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Lawyers Boost Their Business Sense at Practice 360°

By Jeffery Leon and John Murph

June 4, 2019

Attorneys gathered at the D.C. Bar on May 17 for the fifth annual
Practice 360°: A Day for Lawyers & Law Firms.

To gain the latest tips on firm management, wellness, marketing, and technology, more than 100 attorneys gathered for the D.C. Bar’s Practice 360°: A Day for Lawyers & Law Firms on May 17. The daylong event, now in its fifth year, provided valuable insights into topics ranging from leveraging data and technology to dealing with difficult clients and choosing expert witnesses. Here are some highlights from the event.

Nicole “Niki” Black of MyCase presented “Practicing With the Machines,” a session focused on how to best use tech to augment your practice. Black provided an overview of tech options that can handle billing, case to-dos, and document assembly and addressed the topic of robots replacing lawyers.

Black believes AI will not replace attorneys, but it can assist in the realms of legal research, contract analysis, and data analytics, streamlining time-consuming tasks around the office. “Automation is your friend; don’t fear the robot!” Black told attendees.

In her morning session, Niki Irish, senior counselor with the D.C. Bar Lawyer Assistance Program, explained the Impostor Syndrome, advising attorneys on how to identify and deal with the feelings of not being good enough. Irish provided constructive tips on managing the critical self-voice, including exercises to foster confidence and circumspection regarding social media.

During the lunch session, Jack Newton, CEO of Clio, presented the Legal Trends Report, detailing how lawyers can leverage data and technology to assist their clients more efficiently. One example Newton pointed to was Net Performer Score, which uses online analytics to determine the impact of marketing.


Clio CEO Jack Newton presenting the 2019 Legal Trends Report.

Bonnie Prober hosted “It’s Stressful Being a Lawyer! Identifying Stress and Managing It,” reporting that 28 percent of lawyers suffer from depression, 19 percent suffer from anxiety, and one out of five lawyers report problematic alcohol abuse. It’s a pressure-cooker situation that can have far-reaching implications for mental health and wellness. Prober mentioned that self-care is necessary: “You’re never too busy to take care of yourself.”

Claude E. Ducloux of LawPay led the presentation “Unconscious Bias: The Biology and Psychology of Decision Making,” giving insights into how litigators’ formative years, circle of friends, and political affiliations, among other factors, can seep into the language used in the courtroom. In particular, Ducloux explained the role of heuristics — mental shortcuts that help people make quick decisions — and how they can negatively impact the decision-making process in litigation, especially when it influences how one describes situations or people to a jury.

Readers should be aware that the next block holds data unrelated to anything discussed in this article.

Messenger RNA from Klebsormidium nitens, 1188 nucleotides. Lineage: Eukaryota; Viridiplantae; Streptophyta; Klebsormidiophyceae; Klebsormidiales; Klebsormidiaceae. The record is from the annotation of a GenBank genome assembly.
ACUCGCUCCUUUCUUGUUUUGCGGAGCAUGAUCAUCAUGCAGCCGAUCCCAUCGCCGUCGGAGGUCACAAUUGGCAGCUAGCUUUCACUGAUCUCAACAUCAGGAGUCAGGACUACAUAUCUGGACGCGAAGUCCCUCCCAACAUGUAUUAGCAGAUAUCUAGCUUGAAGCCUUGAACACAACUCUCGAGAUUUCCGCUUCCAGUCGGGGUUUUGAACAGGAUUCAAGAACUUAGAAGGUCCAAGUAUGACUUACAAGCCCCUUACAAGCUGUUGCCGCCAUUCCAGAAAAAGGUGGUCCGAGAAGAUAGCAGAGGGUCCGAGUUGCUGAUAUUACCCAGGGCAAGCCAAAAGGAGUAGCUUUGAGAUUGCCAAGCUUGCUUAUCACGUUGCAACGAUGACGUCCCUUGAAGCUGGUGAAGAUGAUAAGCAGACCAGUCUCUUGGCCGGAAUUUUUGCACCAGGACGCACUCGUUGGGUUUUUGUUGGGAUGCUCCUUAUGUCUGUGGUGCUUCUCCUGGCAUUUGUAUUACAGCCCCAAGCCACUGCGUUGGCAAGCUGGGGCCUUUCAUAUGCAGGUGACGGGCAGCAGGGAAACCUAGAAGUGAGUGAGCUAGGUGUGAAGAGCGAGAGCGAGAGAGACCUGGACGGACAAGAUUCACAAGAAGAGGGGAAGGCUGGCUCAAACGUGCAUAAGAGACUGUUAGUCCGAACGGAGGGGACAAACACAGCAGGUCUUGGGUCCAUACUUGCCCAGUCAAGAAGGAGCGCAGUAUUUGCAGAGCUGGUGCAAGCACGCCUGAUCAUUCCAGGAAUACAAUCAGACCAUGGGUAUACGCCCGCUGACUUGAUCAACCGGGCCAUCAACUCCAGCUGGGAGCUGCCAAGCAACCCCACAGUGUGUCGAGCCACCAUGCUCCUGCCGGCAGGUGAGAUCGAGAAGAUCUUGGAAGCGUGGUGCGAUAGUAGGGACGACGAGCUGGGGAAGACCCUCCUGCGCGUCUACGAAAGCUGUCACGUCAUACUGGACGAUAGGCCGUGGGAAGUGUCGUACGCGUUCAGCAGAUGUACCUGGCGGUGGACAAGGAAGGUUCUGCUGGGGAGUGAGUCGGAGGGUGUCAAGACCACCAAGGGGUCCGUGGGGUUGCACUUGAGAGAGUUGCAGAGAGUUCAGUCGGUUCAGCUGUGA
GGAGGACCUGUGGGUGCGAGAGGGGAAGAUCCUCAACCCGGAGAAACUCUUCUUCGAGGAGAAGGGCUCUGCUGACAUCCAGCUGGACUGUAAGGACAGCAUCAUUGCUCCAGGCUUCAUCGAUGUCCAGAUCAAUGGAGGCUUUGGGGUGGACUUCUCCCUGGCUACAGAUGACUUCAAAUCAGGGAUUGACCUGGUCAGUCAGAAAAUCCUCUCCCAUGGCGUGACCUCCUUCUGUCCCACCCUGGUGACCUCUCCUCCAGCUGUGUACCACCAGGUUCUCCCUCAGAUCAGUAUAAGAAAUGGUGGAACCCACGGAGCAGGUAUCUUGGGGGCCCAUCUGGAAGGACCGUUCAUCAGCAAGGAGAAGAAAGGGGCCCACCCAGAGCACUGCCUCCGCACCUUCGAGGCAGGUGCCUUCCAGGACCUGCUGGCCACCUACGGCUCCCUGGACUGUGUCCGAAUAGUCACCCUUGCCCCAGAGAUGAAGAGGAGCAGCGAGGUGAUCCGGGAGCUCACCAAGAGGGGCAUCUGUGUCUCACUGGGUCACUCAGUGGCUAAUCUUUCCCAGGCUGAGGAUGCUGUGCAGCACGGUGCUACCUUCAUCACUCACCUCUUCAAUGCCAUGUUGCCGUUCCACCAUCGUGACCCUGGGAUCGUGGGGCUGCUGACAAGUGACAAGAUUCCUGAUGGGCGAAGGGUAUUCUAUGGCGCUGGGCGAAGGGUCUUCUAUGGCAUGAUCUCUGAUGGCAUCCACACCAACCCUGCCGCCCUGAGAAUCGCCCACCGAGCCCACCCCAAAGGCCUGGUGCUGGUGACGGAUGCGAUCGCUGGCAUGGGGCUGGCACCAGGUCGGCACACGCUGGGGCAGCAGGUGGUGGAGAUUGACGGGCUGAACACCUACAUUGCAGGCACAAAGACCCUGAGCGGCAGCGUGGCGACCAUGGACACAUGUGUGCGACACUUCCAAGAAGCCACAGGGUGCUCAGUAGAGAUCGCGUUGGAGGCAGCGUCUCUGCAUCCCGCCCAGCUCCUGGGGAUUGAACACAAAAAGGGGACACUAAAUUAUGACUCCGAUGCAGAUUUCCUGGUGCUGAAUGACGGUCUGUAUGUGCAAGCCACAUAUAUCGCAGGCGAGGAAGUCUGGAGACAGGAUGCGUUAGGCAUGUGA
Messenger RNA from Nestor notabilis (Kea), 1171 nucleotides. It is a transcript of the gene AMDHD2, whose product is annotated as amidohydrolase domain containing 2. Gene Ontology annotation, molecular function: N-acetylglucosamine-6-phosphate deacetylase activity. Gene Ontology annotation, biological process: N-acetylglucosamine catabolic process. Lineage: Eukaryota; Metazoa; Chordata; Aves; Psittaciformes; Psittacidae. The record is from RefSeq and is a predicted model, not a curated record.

“Whenever you need to present a situation to someone, remember to think about it in a way that might resonate with a particular group,” Ducloux advised. “If you use partisan cues or bias language, you are going to sway [the jury] from coming to the right conclusion and [those partisan cues or bias language will] probably impede justice,” said Ducloux.

David Kaplan and Jeff Klenk, two economic experts at Berkeley Research Group, gave some sage advice regarding how to choose the right experts and strategically use them in litigation. Experts who can explain complex subjects, have substantial credentials, and have prior testifying experience are ideal. Experts are excellent for drafting deposition questions for fact witnesses and providing insights into pleadings, but they are not extensions of your legal team or advocates of a particular argument or theory. The presenters also warned that experts often like to live in the world of theory and that many are often uncomfortable when confronted with actual facts that might challenge their beliefs.

Hope Todd and Erika Stillabower of the D.C. Bar’s Legal Ethics Program provided tips on dealing with difficult clients and the ethics of managing them. They warned of clients who argue with alternative facts and those who are rule breakers and attention seekers. When working with a difficult client, Todd and Stillabower strongly recommend that lawyers discuss in full detail the benefits of telling the truth that they involve these clients in solving their legal issues.


The event also featured an exhibit hall showcasing product and service vendors.